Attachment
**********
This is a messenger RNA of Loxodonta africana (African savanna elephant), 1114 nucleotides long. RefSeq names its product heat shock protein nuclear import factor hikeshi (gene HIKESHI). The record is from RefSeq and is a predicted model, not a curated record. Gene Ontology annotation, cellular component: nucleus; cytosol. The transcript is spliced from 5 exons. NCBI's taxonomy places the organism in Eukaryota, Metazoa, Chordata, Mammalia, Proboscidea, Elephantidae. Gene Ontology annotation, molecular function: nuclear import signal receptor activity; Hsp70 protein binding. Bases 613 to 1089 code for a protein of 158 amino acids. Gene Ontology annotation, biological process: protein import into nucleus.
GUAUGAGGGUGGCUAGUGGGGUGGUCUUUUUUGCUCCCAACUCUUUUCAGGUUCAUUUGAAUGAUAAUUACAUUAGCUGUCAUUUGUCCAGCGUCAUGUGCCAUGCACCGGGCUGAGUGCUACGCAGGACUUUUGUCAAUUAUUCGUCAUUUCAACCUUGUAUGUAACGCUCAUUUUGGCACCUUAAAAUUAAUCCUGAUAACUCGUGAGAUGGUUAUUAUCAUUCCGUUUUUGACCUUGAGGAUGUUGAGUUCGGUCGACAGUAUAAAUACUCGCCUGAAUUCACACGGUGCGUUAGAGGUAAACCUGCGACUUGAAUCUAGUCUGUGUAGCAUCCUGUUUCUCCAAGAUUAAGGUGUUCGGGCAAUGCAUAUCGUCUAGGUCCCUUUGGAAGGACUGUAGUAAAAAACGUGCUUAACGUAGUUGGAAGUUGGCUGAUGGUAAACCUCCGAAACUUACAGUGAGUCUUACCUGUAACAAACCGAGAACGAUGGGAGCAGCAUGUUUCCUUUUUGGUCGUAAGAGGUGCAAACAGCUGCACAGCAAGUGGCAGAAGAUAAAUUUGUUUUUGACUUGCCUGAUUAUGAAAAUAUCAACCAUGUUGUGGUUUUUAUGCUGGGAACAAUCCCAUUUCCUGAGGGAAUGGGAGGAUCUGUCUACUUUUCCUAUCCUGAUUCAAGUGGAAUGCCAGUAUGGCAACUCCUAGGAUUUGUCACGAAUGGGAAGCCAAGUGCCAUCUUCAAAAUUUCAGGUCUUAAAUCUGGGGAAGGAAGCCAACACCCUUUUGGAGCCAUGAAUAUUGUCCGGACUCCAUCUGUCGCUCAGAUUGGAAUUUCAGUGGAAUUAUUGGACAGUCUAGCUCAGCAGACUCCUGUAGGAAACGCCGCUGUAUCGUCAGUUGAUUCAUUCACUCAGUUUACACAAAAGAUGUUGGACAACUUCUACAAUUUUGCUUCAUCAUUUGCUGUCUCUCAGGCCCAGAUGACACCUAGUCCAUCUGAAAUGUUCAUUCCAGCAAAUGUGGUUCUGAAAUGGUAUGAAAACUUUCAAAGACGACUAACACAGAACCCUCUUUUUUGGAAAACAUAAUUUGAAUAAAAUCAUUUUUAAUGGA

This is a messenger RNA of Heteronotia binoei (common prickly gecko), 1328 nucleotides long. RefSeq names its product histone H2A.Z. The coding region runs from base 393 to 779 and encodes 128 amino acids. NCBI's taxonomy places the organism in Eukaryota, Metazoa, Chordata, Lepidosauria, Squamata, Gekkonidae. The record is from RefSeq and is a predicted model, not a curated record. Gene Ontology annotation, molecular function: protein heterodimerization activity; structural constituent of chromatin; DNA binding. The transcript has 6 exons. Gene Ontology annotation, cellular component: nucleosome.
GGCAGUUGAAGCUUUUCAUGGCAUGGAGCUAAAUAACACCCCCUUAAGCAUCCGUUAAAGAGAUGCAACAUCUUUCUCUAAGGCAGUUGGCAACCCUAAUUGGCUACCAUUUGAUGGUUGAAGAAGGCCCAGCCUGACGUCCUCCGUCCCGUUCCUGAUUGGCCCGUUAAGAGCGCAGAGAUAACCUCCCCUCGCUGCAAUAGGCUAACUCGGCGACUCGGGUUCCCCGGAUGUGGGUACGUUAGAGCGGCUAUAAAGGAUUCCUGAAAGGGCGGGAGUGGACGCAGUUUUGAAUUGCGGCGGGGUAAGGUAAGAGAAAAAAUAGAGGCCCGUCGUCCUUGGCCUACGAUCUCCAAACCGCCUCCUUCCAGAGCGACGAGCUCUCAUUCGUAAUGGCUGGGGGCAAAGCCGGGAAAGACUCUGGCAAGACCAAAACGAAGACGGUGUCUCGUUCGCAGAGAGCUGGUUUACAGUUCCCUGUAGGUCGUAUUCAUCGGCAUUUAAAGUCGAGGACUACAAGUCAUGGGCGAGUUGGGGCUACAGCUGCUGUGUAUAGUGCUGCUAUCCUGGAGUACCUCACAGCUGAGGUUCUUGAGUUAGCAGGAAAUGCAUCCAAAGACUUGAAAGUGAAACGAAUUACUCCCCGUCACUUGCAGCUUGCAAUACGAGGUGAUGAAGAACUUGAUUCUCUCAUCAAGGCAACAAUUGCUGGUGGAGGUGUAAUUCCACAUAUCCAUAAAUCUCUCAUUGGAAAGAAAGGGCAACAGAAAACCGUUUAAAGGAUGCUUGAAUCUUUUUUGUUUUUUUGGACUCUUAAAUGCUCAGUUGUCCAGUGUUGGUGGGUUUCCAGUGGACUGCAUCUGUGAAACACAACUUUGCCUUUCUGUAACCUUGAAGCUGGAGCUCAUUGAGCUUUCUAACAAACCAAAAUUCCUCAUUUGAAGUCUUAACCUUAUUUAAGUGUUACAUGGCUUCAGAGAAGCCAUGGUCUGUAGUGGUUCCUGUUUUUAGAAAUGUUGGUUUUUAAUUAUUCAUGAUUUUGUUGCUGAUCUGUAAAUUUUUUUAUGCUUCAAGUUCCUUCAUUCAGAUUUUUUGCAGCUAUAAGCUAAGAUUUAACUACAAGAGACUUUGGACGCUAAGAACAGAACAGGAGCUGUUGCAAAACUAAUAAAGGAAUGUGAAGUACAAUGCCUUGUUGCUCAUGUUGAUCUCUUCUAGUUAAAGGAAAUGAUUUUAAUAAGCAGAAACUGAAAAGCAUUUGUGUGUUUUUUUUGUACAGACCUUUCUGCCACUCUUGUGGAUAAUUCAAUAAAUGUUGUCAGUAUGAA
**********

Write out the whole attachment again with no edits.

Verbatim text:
This is a messenger RNA of Loxodonta africana (African savanna elephant), 1114 nucleotides long. RefSeq names its product heat shock protein nuclear import factor hikeshi (gene HIKESHI). The record is from RefSeq and is a predicted model, not a curated record. Gene Ontology annotation, cellular component: nucleus; cytosol. The transcript is spliced from 5 exons. NCBI's taxonomy places the organism in Eukaryota, Metazoa, Chordata, Mammalia, Proboscidea, Elephantidae. Gene Ontology annotation, molecular function: nuclear import signal receptor activity; Hsp70 protein binding. Bases 613 to 1089 code for a protein of 158 amino acids. Gene Ontology annotation, biological process: protein import into nucleus.
GUAUGAGGGUGGCUAGUGGGGUGGUCUUUUUUGCUCCCAACUCUUUUCAGGUUCAUUUGAAUGAUAAUUACAUUAGCUGUCAUUUGUCCAGCGUCAUGUGCCAUGCACCGGGCUGAGUGCUACGCAGGACUUUUGUCAAUUAUUCGUCAUUUCAACCUUGUAUGUAACGCUCAUUUUGGCACCUUAAAAUUAAUCCUGAUAACUCGUGAGAUGGUUAUUAUCAUUCCGUUUUUGACCUUGAGGAUGUUGAGUUCGGUCGACAGUAUAAAUACUCGCCUGAAUUCACACGGUGCGUUAGAGGUAAACCUGCGACUUGAAUCUAGUCUGUGUAGCAUCCUGUUUCUCCAAGAUUAAGGUGUUCGGGCAAUGCAUAUCGUCUAGGUCCCUUUGGAAGGACUGUAGUAAAAAACGUGCUUAACGUAGUUGGAAGUUGGCUGAUGGUAAACCUCCGAAACUUACAGUGAGUCUUACCUGUAACAAACCGAGAACGAUGGGAGCAGCAUGUUUCCUUUUUGGUCGUAAGAGGUGCAAACAGCUGCACAGCAAGUGGCAGAAGAUAAAUUUGUUUUUGACUUGCCUGAUUAUGAAAAUAUCAACCAUGUUGUGGUUUUUAUGCUGGGAACAAUCCCAUUUCCUGAGGGAAUGGGAGGAUCUGUCUACUUUUCCUAUCCUGAUUCAAGUGGAAUGCCAGUAUGGCAACUCCUAGGAUUUGUCACGAAUGGGAAGCCAAGUGCCAUCUUCAAAAUUUCAGGUCUUAAAUCUGGGGAAGGAAGCCAACACCCUUUUGGAGCCAUGAAUAUUGUCCGGACUCCAUCUGUCGCUCAGAUUGGAAUUUCAGUGGAAUUAUUGGACAGUCUAGCUCAGCAGACUCCUGUAGGAAACGCCGCUGUAUCGUCAGUUGAUUCAUUCACUCAGUUUACACAAAAGAUGUUGGACAACUUCUACAAUUUUGCUUCAUCAUUUGCUGUCUCUCAGGCCCAGAUGACACCUAGUCCAUCUGAAAUGUUCAUUCCAGCAAAUGUGGUUCUGAAAUGGUAUGAAAACUUUCAAAGACGACUAACACAGAACCCUCUUUUUUGGAAAACAUAAUUUGAAUAAAAUCAUUUUUAAUGGA

This is a messenger RNA of Heteronotia binoei (common prickly gecko), 1328 nucleotides long. RefSeq names its product histone H2A.Z. The coding region runs from base 393 to 779 and encodes 128 amino acids. NCBI's taxonomy places the organism in Eukaryota, Metazoa, Chordata, Lepidosauria, Squamata, Gekkonidae. The record is from RefSeq and is a predicted model, not a curated record. Gene Ontology annotation, molecular function: protein heterodimerization activity; structural constituent of chromatin; DNA binding. The transcript has 6 exons. Gene Ontology annotation, cellular component: nucleosome.
GGCAGUUGAAGCUUUUCAUGGCAUGGAGCUAAAUAACACCCCCUUAAGCAUCCGUUAAAGAGAUGCAACAUCUUUCUCUAAGGCAGUUGGCAACCCUAAUUGGCUACCAUUUGAUGGUUGAAGAAGGCCCAGCCUGACGUCCUCCGUCCCGUUCCUGAUUGGCCCGUUAAGAGCGCAGAGAUAACCUCCCCUCGCUGCAAUAGGCUAACUCGGCGACUCGGGUUCCCCGGAUGUGGGUACGUUAGAGCGGCUAUAAAGGAUUCCUGAAAGGGCGGGAGUGGACGCAGUUUUGAAUUGCGGCGGGGUAAGGUAAGAGAAAAAAUAGAGGCCCGUCGUCCUUGGCCUACGAUCUCCAAACCGCCUCCUUCCAGAGCGACGAGCUCUCAUUCGUAAUGGCUGGGGGCAAAGCCGGGAAAGACUCUGGCAAGACCAAAACGAAGACGGUGUCUCGUUCGCAGAGAGCUGGUUUACAGUUCCCUGUAGGUCGUAUUCAUCGGCAUUUAAAGUCGAGGACUACAAGUCAUGGGCGAGUUGGGGCUACAGCUGCUGUGUAUAGUGCUGCUAUCCUGGAGUACCUCACAGCUGAGGUUCUUGAGUUAGCAGGAAAUGCAUCCAAAGACUUGAAAGUGAAACGAAUUACUCCCCGUCACUUGCAGCUUGCAAUACGAGGUGAUGAAGAACUUGAUUCUCUCAUCAAGGCAACAAUUGCUGGUGGAGGUGUAAUUCCACAUAUCCAUAAAUCUCUCAUUGGAAAGAAAGGGCAACAGAAAACCGUUUAAAGGAUGCUUGAAUCUUUUUUGUUUUUUUGGACUCUUAAAUGCUCAGUUGUCCAGUGUUGGUGGGUUUCCAGUGGACUGCAUCUGUGAAACACAACUUUGCCUUUCUGUAACCUUGAAGCUGGAGCUCAUUGAGCUUUCUAACAAACCAAAAUUCCUCAUUUGAAGUCUUAACCUUAUUUAAGUGUUACAUGGCUUCAGAGAAGCCAUGGUCUGUAGUGGUUCCUGUUUUUAGAAAUGUUGGUUUUUAAUUAUUCAUGAUUUUGUUGCUGAUCUGUAAAUUUUUUUAUGCUUCAAGUUCCUUCAUUCAGAUUUUUUGCAGCUAUAAGCUAAGAUUUAACUACAAGAGACUUUGGACGCUAAGAACAGAACAGGAGCUGUUGCAAAACUAAUAAAGGAAUGUGAAGUACAAUGCCUUGUUGCUCAUGUUGAUCUCUUCUAGUUAAAGGAAAUGAUUUUAAUAAGCAGAAACUGAAAAGCAUUUGUGUGUUUUUUUUGUACAGACCUUUCUGCCACUCUUGUGGAUAAUUCAAUAAAUGUUGUCAGUAUGAA